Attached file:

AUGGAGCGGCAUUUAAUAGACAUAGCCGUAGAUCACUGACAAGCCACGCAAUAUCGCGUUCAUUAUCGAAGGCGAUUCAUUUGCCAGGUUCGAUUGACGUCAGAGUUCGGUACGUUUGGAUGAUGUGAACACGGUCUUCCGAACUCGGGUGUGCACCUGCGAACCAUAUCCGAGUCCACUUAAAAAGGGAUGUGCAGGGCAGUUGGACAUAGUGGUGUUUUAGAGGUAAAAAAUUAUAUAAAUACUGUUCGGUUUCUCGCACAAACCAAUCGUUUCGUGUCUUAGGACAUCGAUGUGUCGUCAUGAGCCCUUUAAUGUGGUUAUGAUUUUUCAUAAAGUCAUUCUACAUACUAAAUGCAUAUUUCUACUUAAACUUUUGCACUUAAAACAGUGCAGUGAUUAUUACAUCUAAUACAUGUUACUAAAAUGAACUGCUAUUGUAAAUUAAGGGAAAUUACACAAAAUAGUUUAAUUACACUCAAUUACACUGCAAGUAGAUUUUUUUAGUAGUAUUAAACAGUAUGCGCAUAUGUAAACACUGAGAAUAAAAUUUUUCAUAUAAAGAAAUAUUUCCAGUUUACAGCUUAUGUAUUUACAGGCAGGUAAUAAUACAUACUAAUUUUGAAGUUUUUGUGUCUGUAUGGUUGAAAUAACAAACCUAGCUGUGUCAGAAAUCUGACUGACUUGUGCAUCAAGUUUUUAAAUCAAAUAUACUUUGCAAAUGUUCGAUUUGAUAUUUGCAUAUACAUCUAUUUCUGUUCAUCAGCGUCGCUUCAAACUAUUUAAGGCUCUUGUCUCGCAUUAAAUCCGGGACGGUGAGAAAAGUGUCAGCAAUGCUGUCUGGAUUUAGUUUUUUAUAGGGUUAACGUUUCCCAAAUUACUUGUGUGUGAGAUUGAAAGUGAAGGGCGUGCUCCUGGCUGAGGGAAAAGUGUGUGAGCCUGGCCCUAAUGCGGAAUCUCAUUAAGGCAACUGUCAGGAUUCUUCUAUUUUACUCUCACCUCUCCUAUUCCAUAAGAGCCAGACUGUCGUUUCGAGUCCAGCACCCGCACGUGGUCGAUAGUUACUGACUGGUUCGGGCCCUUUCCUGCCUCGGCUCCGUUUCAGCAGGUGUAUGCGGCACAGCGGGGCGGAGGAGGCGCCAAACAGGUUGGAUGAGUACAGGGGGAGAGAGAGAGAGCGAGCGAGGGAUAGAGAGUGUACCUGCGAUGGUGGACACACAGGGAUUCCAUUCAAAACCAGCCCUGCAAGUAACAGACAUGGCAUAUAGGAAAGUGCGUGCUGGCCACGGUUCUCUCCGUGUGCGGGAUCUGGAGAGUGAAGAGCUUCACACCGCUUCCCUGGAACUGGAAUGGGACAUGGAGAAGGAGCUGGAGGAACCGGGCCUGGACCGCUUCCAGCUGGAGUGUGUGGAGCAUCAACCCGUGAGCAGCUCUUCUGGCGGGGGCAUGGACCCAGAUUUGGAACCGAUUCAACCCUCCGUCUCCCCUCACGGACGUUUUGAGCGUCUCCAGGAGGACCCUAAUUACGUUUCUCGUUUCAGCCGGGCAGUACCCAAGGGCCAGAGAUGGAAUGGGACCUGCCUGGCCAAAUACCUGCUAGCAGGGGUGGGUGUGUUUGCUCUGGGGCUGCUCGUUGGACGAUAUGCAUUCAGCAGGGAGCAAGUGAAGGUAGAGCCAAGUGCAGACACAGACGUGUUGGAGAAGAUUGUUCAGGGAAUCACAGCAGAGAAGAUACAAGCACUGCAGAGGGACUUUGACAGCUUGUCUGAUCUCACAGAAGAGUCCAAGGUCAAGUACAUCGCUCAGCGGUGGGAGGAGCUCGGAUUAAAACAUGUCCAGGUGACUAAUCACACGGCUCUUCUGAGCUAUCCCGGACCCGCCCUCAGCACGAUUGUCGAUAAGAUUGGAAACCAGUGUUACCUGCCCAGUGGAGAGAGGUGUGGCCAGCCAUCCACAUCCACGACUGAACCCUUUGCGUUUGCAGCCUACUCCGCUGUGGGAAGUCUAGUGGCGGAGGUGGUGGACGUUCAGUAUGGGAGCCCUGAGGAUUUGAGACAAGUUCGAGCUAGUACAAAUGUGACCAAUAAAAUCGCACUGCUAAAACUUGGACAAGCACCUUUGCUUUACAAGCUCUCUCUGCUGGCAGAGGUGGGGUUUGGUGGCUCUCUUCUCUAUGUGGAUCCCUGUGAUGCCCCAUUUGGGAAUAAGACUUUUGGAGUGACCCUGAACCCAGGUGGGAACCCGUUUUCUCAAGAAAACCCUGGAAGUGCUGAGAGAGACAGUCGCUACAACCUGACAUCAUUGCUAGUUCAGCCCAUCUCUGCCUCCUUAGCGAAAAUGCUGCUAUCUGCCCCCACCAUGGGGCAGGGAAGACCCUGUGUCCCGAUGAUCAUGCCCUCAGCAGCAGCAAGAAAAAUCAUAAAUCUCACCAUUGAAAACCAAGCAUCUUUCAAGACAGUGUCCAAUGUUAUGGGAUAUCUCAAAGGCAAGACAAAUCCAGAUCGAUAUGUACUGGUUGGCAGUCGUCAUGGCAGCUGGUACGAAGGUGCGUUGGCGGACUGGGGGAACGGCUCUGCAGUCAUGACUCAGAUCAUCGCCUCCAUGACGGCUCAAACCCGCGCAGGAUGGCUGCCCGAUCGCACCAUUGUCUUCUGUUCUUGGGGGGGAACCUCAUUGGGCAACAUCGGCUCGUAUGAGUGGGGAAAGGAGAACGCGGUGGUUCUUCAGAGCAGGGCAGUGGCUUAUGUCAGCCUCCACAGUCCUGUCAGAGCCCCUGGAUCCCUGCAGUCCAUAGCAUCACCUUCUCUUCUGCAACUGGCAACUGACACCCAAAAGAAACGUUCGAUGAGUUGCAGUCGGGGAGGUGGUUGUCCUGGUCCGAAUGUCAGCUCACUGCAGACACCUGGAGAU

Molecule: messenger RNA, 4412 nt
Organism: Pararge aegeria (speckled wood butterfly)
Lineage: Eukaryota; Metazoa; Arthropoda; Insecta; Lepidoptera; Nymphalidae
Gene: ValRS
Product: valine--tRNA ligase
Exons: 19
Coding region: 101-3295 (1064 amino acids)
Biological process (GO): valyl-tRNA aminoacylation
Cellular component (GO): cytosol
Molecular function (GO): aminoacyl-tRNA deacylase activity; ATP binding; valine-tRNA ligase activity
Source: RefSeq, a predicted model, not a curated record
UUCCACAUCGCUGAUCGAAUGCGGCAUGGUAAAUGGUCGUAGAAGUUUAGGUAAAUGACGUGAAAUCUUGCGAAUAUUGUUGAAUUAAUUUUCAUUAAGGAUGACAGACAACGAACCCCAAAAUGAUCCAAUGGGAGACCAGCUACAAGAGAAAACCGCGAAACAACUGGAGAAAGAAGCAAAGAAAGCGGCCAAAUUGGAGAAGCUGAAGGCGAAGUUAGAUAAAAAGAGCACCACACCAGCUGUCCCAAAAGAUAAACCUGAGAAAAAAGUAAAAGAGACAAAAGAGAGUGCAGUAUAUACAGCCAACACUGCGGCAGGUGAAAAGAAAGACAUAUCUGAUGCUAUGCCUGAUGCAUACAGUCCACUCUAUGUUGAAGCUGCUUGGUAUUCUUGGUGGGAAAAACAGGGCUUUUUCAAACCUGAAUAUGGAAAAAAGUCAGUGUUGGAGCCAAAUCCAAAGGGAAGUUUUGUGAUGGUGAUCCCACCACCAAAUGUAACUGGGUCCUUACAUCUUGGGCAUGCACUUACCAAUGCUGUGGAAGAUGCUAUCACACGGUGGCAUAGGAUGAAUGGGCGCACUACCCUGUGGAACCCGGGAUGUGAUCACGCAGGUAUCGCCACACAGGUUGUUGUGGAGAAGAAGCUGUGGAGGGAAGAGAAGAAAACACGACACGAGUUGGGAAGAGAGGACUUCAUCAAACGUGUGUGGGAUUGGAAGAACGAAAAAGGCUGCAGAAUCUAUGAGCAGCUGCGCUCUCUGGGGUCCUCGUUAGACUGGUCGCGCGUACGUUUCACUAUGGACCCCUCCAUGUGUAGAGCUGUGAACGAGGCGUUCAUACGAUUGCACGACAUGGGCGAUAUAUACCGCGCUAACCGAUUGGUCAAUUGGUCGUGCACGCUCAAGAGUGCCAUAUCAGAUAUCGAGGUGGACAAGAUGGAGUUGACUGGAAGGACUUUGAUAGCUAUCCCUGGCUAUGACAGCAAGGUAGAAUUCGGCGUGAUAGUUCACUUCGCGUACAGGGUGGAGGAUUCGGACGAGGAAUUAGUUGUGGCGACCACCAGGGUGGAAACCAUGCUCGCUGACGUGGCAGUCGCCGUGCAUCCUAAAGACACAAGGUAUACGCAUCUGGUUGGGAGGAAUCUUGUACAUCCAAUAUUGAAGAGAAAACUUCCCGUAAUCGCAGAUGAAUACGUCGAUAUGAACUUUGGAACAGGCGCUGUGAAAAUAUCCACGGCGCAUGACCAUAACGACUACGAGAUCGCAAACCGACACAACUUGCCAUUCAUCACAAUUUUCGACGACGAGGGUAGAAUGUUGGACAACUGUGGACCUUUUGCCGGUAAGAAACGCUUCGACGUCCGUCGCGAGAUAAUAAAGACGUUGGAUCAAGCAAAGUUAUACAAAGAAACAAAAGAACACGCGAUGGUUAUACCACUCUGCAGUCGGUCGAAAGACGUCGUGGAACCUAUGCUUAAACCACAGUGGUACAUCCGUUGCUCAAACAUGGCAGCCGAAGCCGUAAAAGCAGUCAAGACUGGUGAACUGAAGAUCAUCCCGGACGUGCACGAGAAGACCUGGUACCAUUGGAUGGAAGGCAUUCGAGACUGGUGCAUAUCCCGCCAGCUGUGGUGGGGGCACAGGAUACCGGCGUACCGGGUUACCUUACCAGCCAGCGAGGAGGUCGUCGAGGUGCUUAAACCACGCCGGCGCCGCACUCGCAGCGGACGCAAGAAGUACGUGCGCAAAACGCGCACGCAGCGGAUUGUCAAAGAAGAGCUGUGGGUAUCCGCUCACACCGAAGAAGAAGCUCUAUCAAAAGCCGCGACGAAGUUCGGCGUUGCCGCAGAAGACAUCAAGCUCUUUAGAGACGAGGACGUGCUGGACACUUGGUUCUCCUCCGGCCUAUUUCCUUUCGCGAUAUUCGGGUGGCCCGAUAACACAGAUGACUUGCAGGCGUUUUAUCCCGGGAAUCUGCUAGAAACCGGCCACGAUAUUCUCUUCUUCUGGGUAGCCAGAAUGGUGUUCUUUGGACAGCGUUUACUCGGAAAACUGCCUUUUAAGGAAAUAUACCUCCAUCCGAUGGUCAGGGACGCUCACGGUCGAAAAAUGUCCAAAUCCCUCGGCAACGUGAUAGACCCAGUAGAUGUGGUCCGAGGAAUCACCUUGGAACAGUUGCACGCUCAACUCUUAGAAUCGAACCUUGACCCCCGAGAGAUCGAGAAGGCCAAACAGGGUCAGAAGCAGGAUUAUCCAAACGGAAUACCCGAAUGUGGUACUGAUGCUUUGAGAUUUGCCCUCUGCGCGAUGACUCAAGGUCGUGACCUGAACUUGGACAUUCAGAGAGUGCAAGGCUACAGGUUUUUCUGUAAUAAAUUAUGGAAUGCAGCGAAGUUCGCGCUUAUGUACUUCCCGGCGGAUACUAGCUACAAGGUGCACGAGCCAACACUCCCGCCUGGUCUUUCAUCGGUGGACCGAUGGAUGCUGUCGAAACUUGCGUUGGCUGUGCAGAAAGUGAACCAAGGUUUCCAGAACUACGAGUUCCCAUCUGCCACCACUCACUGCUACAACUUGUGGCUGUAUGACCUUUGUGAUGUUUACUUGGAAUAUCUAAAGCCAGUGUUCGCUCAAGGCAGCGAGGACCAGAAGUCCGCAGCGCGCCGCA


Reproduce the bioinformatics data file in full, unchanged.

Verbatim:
AUGGAGCGGCAUUUAAUAGACAUAGCCGUAGAUCACUGACAAGCCACGCAAUAUCGCGUUCAUUAUCGAAGGCGAUUCAUUUGCCAGGUUCGAUUGACGUCAGAGUUCGGUACGUUUGGAUGAUGUGAACACGGUCUUCCGAACUCGGGUGUGCACCUGCGAACCAUAUCCGAGUCCACUUAAAAAGGGAUGUGCAGGGCAGUUGGACAUAGUGGUGUUUUAGAGGUAAAAAAUUAUAUAAAUACUGUUCGGUUUCUCGCACAAACCAAUCGUUUCGUGUCUUAGGACAUCGAUGUGUCGUCAUGAGCCCUUUAAUGUGGUUAUGAUUUUUCAUAAAGUCAUUCUACAUACUAAAUGCAUAUUUCUACUUAAACUUUUGCACUUAAAACAGUGCAGUGAUUAUUACAUCUAAUACAUGUUACUAAAAUGAACUGCUAUUGUAAAUUAAGGGAAAUUACACAAAAUAGUUUAAUUACACUCAAUUACACUGCAAGUAGAUUUUUUUAGUAGUAUUAAACAGUAUGCGCAUAUGUAAACACUGAGAAUAAAAUUUUUCAUAUAAAGAAAUAUUUCCAGUUUACAGCUUAUGUAUUUACAGGCAGGUAAUAAUACAUACUAAUUUUGAAGUUUUUGUGUCUGUAUGGUUGAAAUAACAAACCUAGCUGUGUCAGAAAUCUGACUGACUUGUGCAUCAAGUUUUUAAAUCAAAUAUACUUUGCAAAUGUUCGAUUUGAUAUUUGCAUAUACAUCUAUUUCUGUUCAUCAGCGUCGCUUCAAACUAUUUAAGGCUCUUGUCUCGCAUUAAAUCCGGGACGGUGAGAAAAGUGUCAGCAAUGCUGUCUGGAUUUAGUUUUUUAUAGGGUUAACGUUUCCCAAAUUACUUGUGUGUGAGAUUGAAAGUGAAGGGCGUGCUCCUGGCUGAGGGAAAAGUGUGUGAGCCUGGCCCUAAUGCGGAAUCUCAUUAAGGCAACUGUCAGGAUUCUUCUAUUUUACUCUCACCUCUCCUAUUCCAUAAGAGCCAGACUGUCGUUUCGAGUCCAGCACCCGCACGUGGUCGAUAGUUACUGACUGGUUCGGGCCCUUUCCUGCCUCGGCUCCGUUUCAGCAGGUGUAUGCGGCACAGCGGGGCGGAGGAGGCGCCAAACAGGUUGGAUGAGUACAGGGGGAGAGAGAGAGAGCGAGCGAGGGAUAGAGAGUGUACCUGCGAUGGUGGACACACAGGGAUUCCAUUCAAAACCAGCCCUGCAAGUAACAGACAUGGCAUAUAGGAAAGUGCGUGCUGGCCACGGUUCUCUCCGUGUGCGGGAUCUGGAGAGUGAAGAGCUUCACACCGCUUCCCUGGAACUGGAAUGGGACAUGGAGAAGGAGCUGGAGGAACCGGGCCUGGACCGCUUCCAGCUGGAGUGUGUGGAGCAUCAACCCGUGAGCAGCUCUUCUGGCGGGGGCAUGGACCCAGAUUUGGAACCGAUUCAACCCUCCGUCUCCCCUCACGGACGUUUUGAGCGUCUCCAGGAGGACCCUAAUUACGUUUCUCGUUUCAGCCGGGCAGUACCCAAGGGCCAGAGAUGGAAUGGGACCUGCCUGGCCAAAUACCUGCUAGCAGGGGUGGGUGUGUUUGCUCUGGGGCUGCUCGUUGGACGAUAUGCAUUCAGCAGGGAGCAAGUGAAGGUAGAGCCAAGUGCAGACACAGACGUGUUGGAGAAGAUUGUUCAGGGAAUCACAGCAGAGAAGAUACAAGCACUGCAGAGGGACUUUGACAGCUUGUCUGAUCUCACAGAAGAGUCCAAGGUCAAGUACAUCGCUCAGCGGUGGGAGGAGCUCGGAUUAAAACAUGUCCAGGUGACUAAUCACACGGCUCUUCUGAGCUAUCCCGGACCCGCCCUCAGCACGAUUGUCGAUAAGAUUGGAAACCAGUGUUACCUGCCCAGUGGAGAGAGGUGUGGCCAGCCAUCCACAUCCACGACUGAACCCUUUGCGUUUGCAGCCUACUCCGCUGUGGGAAGUCUAGUGGCGGAGGUGGUGGACGUUCAGUAUGGGAGCCCUGAGGAUUUGAGACAAGUUCGAGCUAGUACAAAUGUGACCAAUAAAAUCGCACUGCUAAAACUUGGACAAGCACCUUUGCUUUACAAGCUCUCUCUGCUGGCAGAGGUGGGGUUUGGUGGCUCUCUUCUCUAUGUGGAUCCCUGUGAUGCCCCAUUUGGGAAUAAGACUUUUGGAGUGACCCUGAACCCAGGUGGGAACCCGUUUUCUCAAGAAAACCCUGGAAGUGCUGAGAGAGACAGUCGCUACAACCUGACAUCAUUGCUAGUUCAGCCCAUCUCUGCCUCCUUAGCGAAAAUGCUGCUAUCUGCCCCCACCAUGGGGCAGGGAAGACCCUGUGUCCCGAUGAUCAUGCCCUCAGCAGCAGCAAGAAAAAUCAUAAAUCUCACCAUUGAAAACCAAGCAUCUUUCAAGACAGUGUCCAAUGUUAUGGGAUAUCUCAAAGGCAAGACAAAUCCAGAUCGAUAUGUACUGGUUGGCAGUCGUCAUGGCAGCUGGUACGAAGGUGCGUUGGCGGACUGGGGGAACGGCUCUGCAGUCAUGACUCAGAUCAUCGCCUCCAUGACGGCUCAAACCCGCGCAGGAUGGCUGCCCGAUCGCACCAUUGUCUUCUGUUCUUGGGGGGGAACCUCAUUGGGCAACAUCGGCUCGUAUGAGUGGGGAAAGGAGAACGCGGUGGUUCUUCAGAGCAGGGCAGUGGCUUAUGUCAGCCUCCACAGUCCUGUCAGAGCCCCUGGAUCCCUGCAGUCCAUAGCAUCACCUUCUCUUCUGCAACUGGCAACUGACACCCAAAAGAAACGUUCGAUGAGUUGCAGUCGGGGAGGUGGUUGUCCUGGUCCGAAUGUCAGCUCACUGCAGACACCUGGAGAU

Molecule: messenger RNA, 4412 nt
Organism: Pararge aegeria (speckled wood butterfly)
Lineage: Eukaryota; Metazoa; Arthropoda; Insecta; Lepidoptera; Nymphalidae
Gene: ValRS
Product: valine--tRNA ligase
Exons: 19
Coding region: 101-3295 (1064 amino acids)
Biological process (GO): valyl-tRNA aminoacylation
Cellular component (GO): cytosol
Molecular function (GO): aminoacyl-tRNA deacylase activity; ATP binding; valine-tRNA ligase activity
Source: RefSeq, a predicted model, not a curated record
UUCCACAUCGCUGAUCGAAUGCGGCAUGGUAAAUGGUCGUAGAAGUUUAGGUAAAUGACGUGAAAUCUUGCGAAUAUUGUUGAAUUAAUUUUCAUUAAGGAUGACAGACAACGAACCCCAAAAUGAUCCAAUGGGAGACCAGCUACAAGAGAAAACCGCGAAACAACUGGAGAAAGAAGCAAAGAAAGCGGCCAAAUUGGAGAAGCUGAAGGCGAAGUUAGAUAAAAAGAGCACCACACCAGCUGUCCCAAAAGAUAAACCUGAGAAAAAAGUAAAAGAGACAAAAGAGAGUGCAGUAUAUACAGCCAACACUGCGGCAGGUGAAAAGAAAGACAUAUCUGAUGCUAUGCCUGAUGCAUACAGUCCACUCUAUGUUGAAGCUGCUUGGUAUUCUUGGUGGGAAAAACAGGGCUUUUUCAAACCUGAAUAUGGAAAAAAGUCAGUGUUGGAGCCAAAUCCAAAGGGAAGUUUUGUGAUGGUGAUCCCACCACCAAAUGUAACUGGGUCCUUACAUCUUGGGCAUGCACUUACCAAUGCUGUGGAAGAUGCUAUCACACGGUGGCAUAGGAUGAAUGGGCGCACUACCCUGUGGAACCCGGGAUGUGAUCACGCAGGUAUCGCCACACAGGUUGUUGUGGAGAAGAAGCUGUGGAGGGAAGAGAAGAAAACACGACACGAGUUGGGAAGAGAGGACUUCAUCAAACGUGUGUGGGAUUGGAAGAACGAAAAAGGCUGCAGAAUCUAUGAGCAGCUGCGCUCUCUGGGGUCCUCGUUAGACUGGUCGCGCGUACGUUUCACUAUGGACCCCUCCAUGUGUAGAGCUGUGAACGAGGCGUUCAUACGAUUGCACGACAUGGGCGAUAUAUACCGCGCUAACCGAUUGGUCAAUUGGUCGUGCACGCUCAAGAGUGCCAUAUCAGAUAUCGAGGUGGACAAGAUGGAGUUGACUGGAAGGACUUUGAUAGCUAUCCCUGGCUAUGACAGCAAGGUAGAAUUCGGCGUGAUAGUUCACUUCGCGUACAGGGUGGAGGAUUCGGACGAGGAAUUAGUUGUGGCGACCACCAGGGUGGAAACCAUGCUCGCUGACGUGGCAGUCGCCGUGCAUCCUAAAGACACAAGGUAUACGCAUCUGGUUGGGAGGAAUCUUGUACAUCCAAUAUUGAAGAGAAAACUUCCCGUAAUCGCAGAUGAAUACGUCGAUAUGAACUUUGGAACAGGCGCUGUGAAAAUAUCCACGGCGCAUGACCAUAACGACUACGAGAUCGCAAACCGACACAACUUGCCAUUCAUCACAAUUUUCGACGACGAGGGUAGAAUGUUGGACAACUGUGGACCUUUUGCCGGUAAGAAACGCUUCGACGUCCGUCGCGAGAUAAUAAAGACGUUGGAUCAAGCAAAGUUAUACAAAGAAACAAAAGAACACGCGAUGGUUAUACCACUCUGCAGUCGGUCGAAAGACGUCGUGGAACCUAUGCUUAAACCACAGUGGUACAUCCGUUGCUCAAACAUGGCAGCCGAAGCCGUAAAAGCAGUCAAGACUGGUGAACUGAAGAUCAUCCCGGACGUGCACGAGAAGACCUGGUACCAUUGGAUGGAAGGCAUUCGAGACUGGUGCAUAUCCCGCCAGCUGUGGUGGGGGCACAGGAUACCGGCGUACCGGGUUACCUUACCAGCCAGCGAGGAGGUCGUCGAGGUGCUUAAACCACGCCGGCGCCGCACUCGCAGCGGACGCAAGAAGUACGUGCGCAAAACGCGCACGCAGCGGAUUGUCAAAGAAGAGCUGUGGGUAUCCGCUCACACCGAAGAAGAAGCUCUAUCAAAAGCCGCGACGAAGUUCGGCGUUGCCGCAGAAGACAUCAAGCUCUUUAGAGACGAGGACGUGCUGGACACUUGGUUCUCCUCCGGCCUAUUUCCUUUCGCGAUAUUCGGGUGGCCCGAUAACACAGAUGACUUGCAGGCGUUUUAUCCCGGGAAUCUGCUAGAAACCGGCCACGAUAUUCUCUUCUUCUGGGUAGCCAGAAUGGUGUUCUUUGGACAGCGUUUACUCGGAAAACUGCCUUUUAAGGAAAUAUACCUCCAUCCGAUGGUCAGGGACGCUCACGGUCGAAAAAUGUCCAAAUCCCUCGGCAACGUGAUAGACCCAGUAGAUGUGGUCCGAGGAAUCACCUUGGAACAGUUGCACGCUCAACUCUUAGAAUCGAACCUUGACCCCCGAGAGAUCGAGAAGGCCAAACAGGGUCAGAAGCAGGAUUAUCCAAACGGAAUACCCGAAUGUGGUACUGAUGCUUUGAGAUUUGCCCUCUGCGCGAUGACUCAAGGUCGUGACCUGAACUUGGACAUUCAGAGAGUGCAAGGCUACAGGUUUUUCUGUAAUAAAUUAUGGAAUGCAGCGAAGUUCGCGCUUAUGUACUUCCCGGCGGAUACUAGCUACAAGGUGCACGAGCCAACACUCCCGCCUGGUCUUUCAUCGGUGGACCGAUGGAUGCUGUCGAAACUUGCGUUGGCUGUGCAGAAAGUGAACCAAGGUUUCCAGAACUACGAGUUCCCAUCUGCCACCACUCACUGCUACAACUUGUGGCUGUAUGACCUUUGUGAUGUUUACUUGGAAUAUCUAAAGCCAGUGUUCGCUCAAGGCAGCGAGGACCAGAAGUCCGCAGCGCGCCGCA